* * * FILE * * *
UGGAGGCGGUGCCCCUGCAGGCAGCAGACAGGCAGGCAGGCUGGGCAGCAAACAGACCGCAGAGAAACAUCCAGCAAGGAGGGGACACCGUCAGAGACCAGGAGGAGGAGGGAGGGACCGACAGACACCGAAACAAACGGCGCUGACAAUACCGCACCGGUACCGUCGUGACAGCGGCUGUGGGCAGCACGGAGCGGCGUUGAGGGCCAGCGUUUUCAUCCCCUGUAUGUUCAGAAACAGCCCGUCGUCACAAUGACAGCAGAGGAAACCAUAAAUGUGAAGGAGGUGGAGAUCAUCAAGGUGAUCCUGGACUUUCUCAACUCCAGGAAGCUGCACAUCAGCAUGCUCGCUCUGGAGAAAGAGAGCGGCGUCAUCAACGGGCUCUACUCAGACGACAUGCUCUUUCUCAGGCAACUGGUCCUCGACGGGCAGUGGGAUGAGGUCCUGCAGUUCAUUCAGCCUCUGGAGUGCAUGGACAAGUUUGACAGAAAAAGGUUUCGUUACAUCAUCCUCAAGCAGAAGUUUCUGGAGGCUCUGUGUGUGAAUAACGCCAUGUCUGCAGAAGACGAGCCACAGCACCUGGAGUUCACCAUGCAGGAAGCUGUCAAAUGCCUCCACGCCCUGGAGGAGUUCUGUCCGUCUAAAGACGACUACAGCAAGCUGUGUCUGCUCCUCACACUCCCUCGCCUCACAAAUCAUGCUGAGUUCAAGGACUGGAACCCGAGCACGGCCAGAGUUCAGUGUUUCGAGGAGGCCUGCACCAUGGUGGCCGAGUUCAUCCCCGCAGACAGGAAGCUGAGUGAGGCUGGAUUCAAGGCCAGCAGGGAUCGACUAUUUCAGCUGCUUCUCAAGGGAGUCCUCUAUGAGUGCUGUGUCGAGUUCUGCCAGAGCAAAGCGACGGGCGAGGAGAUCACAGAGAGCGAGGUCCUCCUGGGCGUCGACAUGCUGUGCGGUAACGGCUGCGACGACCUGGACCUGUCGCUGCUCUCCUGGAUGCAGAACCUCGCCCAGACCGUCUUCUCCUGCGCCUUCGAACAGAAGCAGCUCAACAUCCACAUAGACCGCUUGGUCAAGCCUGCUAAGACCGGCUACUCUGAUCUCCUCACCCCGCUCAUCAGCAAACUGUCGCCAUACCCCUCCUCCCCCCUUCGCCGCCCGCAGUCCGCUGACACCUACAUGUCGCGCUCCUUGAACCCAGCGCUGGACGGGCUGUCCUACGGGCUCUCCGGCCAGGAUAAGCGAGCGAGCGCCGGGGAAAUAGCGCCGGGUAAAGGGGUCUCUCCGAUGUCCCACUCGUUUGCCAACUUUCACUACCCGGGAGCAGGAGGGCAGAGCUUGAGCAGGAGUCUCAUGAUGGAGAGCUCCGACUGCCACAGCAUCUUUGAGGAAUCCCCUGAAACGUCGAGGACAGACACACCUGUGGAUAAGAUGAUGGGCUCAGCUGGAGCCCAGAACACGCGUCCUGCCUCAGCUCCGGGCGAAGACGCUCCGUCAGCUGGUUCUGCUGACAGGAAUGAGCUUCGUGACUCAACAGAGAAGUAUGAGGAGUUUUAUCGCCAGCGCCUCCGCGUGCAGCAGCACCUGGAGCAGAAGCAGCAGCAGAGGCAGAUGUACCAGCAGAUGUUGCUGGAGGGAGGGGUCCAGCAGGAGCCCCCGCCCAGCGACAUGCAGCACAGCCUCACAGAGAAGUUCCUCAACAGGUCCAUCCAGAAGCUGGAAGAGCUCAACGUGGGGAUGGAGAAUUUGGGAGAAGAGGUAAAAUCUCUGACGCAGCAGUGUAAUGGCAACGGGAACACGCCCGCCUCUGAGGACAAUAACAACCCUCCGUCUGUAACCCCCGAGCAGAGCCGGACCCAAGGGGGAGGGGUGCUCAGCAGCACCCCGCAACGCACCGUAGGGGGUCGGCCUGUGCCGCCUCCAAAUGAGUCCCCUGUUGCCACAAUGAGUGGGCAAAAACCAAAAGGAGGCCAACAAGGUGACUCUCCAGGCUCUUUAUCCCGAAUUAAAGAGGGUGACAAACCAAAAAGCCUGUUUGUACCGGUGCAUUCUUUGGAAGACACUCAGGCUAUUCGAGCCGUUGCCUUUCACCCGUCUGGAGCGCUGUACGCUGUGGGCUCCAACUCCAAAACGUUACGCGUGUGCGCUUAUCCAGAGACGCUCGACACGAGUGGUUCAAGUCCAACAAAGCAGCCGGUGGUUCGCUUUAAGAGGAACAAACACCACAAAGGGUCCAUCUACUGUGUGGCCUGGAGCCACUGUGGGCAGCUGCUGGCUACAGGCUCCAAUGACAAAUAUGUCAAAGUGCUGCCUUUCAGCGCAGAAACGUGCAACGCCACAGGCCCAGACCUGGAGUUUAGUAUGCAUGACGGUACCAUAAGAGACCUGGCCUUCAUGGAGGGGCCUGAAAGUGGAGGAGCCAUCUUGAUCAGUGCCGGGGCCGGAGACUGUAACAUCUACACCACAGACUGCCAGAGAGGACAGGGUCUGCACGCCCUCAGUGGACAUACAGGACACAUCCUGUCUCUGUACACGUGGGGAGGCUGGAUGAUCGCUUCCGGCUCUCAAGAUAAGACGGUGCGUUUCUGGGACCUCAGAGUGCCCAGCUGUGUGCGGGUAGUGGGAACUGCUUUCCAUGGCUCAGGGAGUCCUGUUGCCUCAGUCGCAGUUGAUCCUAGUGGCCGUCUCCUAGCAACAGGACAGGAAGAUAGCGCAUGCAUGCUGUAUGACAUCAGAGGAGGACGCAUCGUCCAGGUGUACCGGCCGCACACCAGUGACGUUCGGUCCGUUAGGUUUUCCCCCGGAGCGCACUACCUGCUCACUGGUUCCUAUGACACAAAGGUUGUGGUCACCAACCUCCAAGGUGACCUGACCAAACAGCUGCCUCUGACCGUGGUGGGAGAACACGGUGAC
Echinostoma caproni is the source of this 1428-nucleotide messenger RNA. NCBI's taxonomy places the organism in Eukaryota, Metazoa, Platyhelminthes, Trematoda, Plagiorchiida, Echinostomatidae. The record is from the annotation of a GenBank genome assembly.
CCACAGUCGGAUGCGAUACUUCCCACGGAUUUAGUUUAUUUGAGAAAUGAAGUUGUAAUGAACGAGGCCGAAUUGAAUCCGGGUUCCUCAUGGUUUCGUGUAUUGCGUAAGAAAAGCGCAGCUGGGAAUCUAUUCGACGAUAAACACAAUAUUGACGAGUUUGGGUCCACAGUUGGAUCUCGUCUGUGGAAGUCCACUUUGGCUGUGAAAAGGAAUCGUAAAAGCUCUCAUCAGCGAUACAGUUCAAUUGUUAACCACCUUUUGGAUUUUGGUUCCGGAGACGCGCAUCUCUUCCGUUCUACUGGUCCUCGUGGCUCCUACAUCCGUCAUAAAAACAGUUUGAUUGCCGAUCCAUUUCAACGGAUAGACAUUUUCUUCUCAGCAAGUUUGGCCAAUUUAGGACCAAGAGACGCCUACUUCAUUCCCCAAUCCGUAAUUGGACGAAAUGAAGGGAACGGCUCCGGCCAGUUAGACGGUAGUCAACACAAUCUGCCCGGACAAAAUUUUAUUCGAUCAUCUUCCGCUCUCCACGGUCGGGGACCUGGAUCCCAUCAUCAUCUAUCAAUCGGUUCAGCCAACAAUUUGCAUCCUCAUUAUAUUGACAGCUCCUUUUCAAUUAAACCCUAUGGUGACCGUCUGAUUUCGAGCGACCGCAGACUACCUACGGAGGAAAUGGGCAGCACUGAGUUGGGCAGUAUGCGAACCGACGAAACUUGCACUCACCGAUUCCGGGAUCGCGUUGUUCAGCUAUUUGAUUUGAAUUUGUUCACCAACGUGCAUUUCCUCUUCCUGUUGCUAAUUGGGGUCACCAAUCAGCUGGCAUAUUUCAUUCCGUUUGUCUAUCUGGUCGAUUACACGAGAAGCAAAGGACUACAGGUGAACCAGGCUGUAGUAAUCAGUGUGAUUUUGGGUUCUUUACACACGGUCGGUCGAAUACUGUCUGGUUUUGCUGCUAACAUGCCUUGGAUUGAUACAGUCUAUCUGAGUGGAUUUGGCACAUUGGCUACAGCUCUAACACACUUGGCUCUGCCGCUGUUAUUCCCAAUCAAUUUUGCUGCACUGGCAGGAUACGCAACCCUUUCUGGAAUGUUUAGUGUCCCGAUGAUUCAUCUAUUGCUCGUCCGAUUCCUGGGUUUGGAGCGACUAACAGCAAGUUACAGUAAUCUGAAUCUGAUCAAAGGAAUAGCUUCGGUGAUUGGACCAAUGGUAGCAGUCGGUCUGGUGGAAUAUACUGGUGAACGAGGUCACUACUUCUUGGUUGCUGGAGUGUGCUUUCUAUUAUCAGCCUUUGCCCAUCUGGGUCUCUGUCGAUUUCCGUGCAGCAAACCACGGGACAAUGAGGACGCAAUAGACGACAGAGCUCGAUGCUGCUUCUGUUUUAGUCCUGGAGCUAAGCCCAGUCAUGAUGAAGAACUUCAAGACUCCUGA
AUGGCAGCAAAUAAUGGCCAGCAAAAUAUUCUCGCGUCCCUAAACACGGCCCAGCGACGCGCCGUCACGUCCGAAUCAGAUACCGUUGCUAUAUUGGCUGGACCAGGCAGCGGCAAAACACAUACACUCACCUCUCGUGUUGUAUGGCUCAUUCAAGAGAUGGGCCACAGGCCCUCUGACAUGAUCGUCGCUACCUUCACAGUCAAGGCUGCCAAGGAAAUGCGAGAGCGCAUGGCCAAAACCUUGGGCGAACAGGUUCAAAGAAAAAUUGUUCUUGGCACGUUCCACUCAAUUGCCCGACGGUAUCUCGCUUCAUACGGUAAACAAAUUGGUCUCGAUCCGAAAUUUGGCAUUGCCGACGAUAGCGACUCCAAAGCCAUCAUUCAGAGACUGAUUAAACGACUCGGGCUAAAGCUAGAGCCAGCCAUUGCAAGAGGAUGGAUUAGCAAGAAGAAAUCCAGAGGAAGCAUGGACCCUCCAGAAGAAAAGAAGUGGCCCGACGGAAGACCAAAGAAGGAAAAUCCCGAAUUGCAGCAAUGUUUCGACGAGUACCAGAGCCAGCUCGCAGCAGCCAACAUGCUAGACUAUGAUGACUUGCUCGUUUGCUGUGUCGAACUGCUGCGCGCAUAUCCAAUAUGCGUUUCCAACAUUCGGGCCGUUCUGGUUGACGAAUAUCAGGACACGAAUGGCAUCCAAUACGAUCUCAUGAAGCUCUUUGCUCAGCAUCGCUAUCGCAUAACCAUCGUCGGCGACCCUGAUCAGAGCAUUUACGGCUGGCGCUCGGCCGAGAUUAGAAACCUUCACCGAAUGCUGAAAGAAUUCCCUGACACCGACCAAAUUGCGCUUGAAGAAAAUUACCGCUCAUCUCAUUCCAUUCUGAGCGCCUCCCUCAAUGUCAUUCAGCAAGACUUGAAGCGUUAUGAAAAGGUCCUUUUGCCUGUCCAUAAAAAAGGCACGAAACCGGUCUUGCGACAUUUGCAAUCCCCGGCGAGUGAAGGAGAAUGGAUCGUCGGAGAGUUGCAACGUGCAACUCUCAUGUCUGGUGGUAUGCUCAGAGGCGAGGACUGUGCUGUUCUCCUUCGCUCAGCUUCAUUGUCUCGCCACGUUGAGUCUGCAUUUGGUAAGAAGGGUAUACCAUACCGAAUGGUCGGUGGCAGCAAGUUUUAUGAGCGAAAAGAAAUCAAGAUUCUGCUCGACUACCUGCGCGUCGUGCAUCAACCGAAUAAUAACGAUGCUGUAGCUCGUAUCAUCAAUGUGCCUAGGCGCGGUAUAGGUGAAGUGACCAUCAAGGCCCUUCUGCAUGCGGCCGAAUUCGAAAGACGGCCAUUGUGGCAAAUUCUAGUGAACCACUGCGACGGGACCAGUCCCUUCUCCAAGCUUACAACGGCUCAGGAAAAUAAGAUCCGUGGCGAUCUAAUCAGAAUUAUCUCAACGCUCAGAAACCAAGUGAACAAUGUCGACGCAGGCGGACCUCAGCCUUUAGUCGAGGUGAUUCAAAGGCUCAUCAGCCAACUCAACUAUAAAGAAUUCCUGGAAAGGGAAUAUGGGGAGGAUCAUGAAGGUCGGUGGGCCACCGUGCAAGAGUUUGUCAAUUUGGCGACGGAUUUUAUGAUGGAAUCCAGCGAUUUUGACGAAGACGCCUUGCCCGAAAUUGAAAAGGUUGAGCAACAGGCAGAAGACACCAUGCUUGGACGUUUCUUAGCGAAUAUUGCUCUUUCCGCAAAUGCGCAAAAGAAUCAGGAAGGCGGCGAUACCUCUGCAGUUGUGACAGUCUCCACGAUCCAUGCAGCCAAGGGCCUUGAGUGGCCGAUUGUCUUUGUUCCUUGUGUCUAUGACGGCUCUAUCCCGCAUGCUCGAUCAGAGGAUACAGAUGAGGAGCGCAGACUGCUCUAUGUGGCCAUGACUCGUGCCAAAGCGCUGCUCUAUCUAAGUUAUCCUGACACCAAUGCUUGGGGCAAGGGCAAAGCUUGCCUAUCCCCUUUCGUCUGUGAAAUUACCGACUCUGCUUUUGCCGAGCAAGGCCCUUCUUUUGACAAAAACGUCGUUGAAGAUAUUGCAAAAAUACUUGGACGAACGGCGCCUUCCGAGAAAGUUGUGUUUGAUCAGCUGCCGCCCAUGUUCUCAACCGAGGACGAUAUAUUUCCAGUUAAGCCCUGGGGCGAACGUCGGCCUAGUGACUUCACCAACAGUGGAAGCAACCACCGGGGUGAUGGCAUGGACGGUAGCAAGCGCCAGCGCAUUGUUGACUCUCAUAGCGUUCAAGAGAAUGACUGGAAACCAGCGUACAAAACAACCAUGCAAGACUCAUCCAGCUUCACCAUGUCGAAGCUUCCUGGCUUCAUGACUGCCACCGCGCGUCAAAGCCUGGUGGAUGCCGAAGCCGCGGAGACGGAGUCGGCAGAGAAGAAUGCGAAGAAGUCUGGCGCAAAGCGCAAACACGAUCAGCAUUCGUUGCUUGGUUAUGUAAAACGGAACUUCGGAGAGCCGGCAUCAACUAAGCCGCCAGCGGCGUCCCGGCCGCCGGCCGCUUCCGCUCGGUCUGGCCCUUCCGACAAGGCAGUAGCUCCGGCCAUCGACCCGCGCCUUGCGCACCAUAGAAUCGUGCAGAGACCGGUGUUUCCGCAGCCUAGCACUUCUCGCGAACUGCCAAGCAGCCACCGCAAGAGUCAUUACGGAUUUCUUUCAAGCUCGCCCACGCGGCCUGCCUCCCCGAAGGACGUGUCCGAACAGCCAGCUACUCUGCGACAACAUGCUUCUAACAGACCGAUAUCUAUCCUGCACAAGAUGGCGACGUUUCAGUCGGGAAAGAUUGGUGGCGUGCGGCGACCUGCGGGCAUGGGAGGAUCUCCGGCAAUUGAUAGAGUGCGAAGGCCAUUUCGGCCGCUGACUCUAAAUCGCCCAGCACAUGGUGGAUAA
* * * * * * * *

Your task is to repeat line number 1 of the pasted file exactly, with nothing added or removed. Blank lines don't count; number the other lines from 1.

UGGAGGCGGUGCCCCUGCAGGCAGCAGACAGGCAGGCAGGCUGGGCAGCAAACAGACCGCAGAGAAACAUCCAGCAAGGAGGGGACACCGUCAGAGACCAGGAGGAGGAGGGAGGGACCGACAGACACCGAAACAAACGGCGCUGACAAUACCGCACCGGUACCGUCGUGACAGCGGCUGUGGGCAGCACGGAGCGGCGUUGAGGGCCAGCGUUUUCAUCCCCUGUAUGUUCAGAAACAGCCCGUCGUCACAAUGACAGCAGAGGAAACCAUAAAUGUGAAGGAGGUGGAGAUCAUCAAGGUGAUCCUGGACUUUCUCAACUCCAGGAAGCUGCACAUCAGCAUGCUCGCUCUGGAGAAAGAGAGCGGCGUCAUCAACGGGCUCUACUCAGACGACAUGCUCUUUCUCAGGCAACUGGUCCUCGACGGGCAGUGGGAUGAGGUCCUGCAGUUCAUUCAGCCUCUGGAGUGCAUGGACAAGUUUGACAGAAAAAGGUUUCGUUACAUCAUCCUCAAGCAGAAGUUUCUGGAGGCUCUGUGUGUGAAUAACGCCAUGUCUGCAGAAGACGAGCCACAGCACCUGGAGUUCACCAUGCAGGAAGCUGUCAAAUGCCUCCACGCCCUGGAGGAGUUCUGUCCGUCUAAAGACGACUACAGCAAGCUGUGUCUGCUCCUCACACUCCCUCGCCUCACAAAUCAUGCUGAGUUCAAGGACUGGAACCCGAGCACGGCCAGAGUUCAGUGUUUCGAGGAGGCCUGCACCAUGGUGGCCGAGUUCAUCCCCGCAGACAGGAAGCUGAGUGAGGCUGGAUUCAAGGCCAGCAGGGAUCGACUAUUUCAGCUGCUUCUCAAGGGAGUCCUCUAUGAGUGCUGUGUCGAGUUCUGCCAGAGCAAAGCGACGGGCGAGGAGAUCACAGAGAGCGAGGUCCUCCUGGGCGUCGACAUGCUGUGCGGUAACGGCUGCGACGACCUGGACCUGUCGCUGCUCUCCUGGAUGCAGAACCUCGCCCAGACCGUCUUCUCCUGCGCCUUCGAACAGAAGCAGCUCAACAUCCACAUAGACCGCUUGGUCAAGCCUGCUAAGACCGGCUACUCUGAUCUCCUCACCCCGCUCAUCAGCAAACUGUCGCCAUACCCCUCCUCCCCCCUUCGCCGCCCGCAGUCCGCUGACACCUACAUGUCGCGCUCCUUGAACCCAGCGCUGGACGGGCUGUCCUACGGGCUCUCCGGCCAGGAUAAGCGAGCGAGCGCCGGGGAAAUAGCGCCGGGUAAAGGGGUCUCUCCGAUGUCCCACUCGUUUGCCAACUUUCACUACCCGGGAGCAGGAGGGCAGAGCUUGAGCAGGAGUCUCAUGAUGGAGAGCUCCGACUGCCACAGCAUCUUUGAGGAAUCCCCUGAAACGUCGAGGACAGACACACCUGUGGAUAAGAUGAUGGGCUCAGCUGGAGCCCAGAACACGCGUCCUGCCUCAGCUCCGGGCGAAGACGCUCCGUCAGCUGGUUCUGCUGACAGGAAUGAGCUUCGUGACUCAACAGAGAAGUAUGAGGAGUUUUAUCGCCAGCGCCUCCGCGUGCAGCAGCACCUGGAGCAGAAGCAGCAGCAGAGGCAGAUGUACCAGCAGAUGUUGCUGGAGGGAGGGGUCCAGCAGGAGCCCCCGCCCAGCGACAUGCAGCACAGCCUCACAGAGAAGUUCCUCAACAGGUCCAUCCAGAAGCUGGAAGAGCUCAACGUGGGGAUGGAGAAUUUGGGAGAAGAGGUAAAAUCUCUGACGCAGCAGUGUAAUGGCAACGGGAACACGCCCGCCUCUGAGGACAAUAACAACCCUCCGUCUGUAACCCCCGAGCAGAGCCGGACCCAAGGGGGAGGGGUGCUCAGCAGCACCCCGCAACGCACCGUAGGGGGUCGGCCUGUGCCGCCUCCAAAUGAGUCCCCUGUUGCCACAAUGAGUGGGCAAAAACCAAAAGGAGGCCAACAAGGUGACUCUCCAGGCUCUUUAUCCCGAAUUAAAGAGGGUGACAAACCAAAAAGCCUGUUUGUACCGGUGCAUUCUUUGGAAGACACUCAGGCUAUUCGAGCCGUUGCCUUUCACCCGUCUGGAGCGCUGUACGCUGUGGGCUCCAACUCCAAAACGUUACGCGUGUGCGCUUAUCCAGAGACGCUCGACACGAGUGGUUCAAGUCCAACAAAGCAGCCGGUGGUUCGCUUUAAGAGGAACAAACACCACAAAGGGUCCAUCUACUGUGUGGCCUGGAGCCACUGUGGGCAGCUGCUGGCUACAGGCUCCAAUGACAAAUAUGUCAAAGUGCUGCCUUUCAGCGCAGAAACGUGCAACGCCACAGGCCCAGACCUGGAGUUUAGUAUGCAUGACGGUACCAUAAGAGACCUGGCCUUCAUGGAGGGGCCUGAAAGUGGAGGAGCCAUCUUGAUCAGUGCCGGGGCCGGAGACUGUAACAUCUACACCACAGACUGCCAGAGAGGACAGGGUCUGCACGCCCUCAGUGGACAUACAGGACACAUCCUGUCUCUGUACACGUGGGGAGGCUGGAUGAUCGCUUCCGGCUCUCAAGAUAAGACGGUGCGUUUCUGGGACCUCAGAGUGCCCAGCUGUGUGCGGGUAGUGGGAACUGCUUUCCAUGGCUCAGGGAGUCCUGUUGCCUCAGUCGCAGUUGAUCCUAGUGGCCGUCUCCUAGCAACAGGACAGGAAGAUAGCGCAUGCAUGCUGUAUGACAUCAGAGGAGGACGCAUCGUCCAGGUGUACCGGCCGCACACCAGUGACGUUCGGUCCGUUAGGUUUUCCCCCGGAGCGCACUACCUGCUCACUGGUUCCUAUGACACAAAGGUUGUGGUCACCAACCUCCAAGGUGACCUGACCAAACAGCUGCCUCUGACCGUGGUGGGAGAACACGGUGAC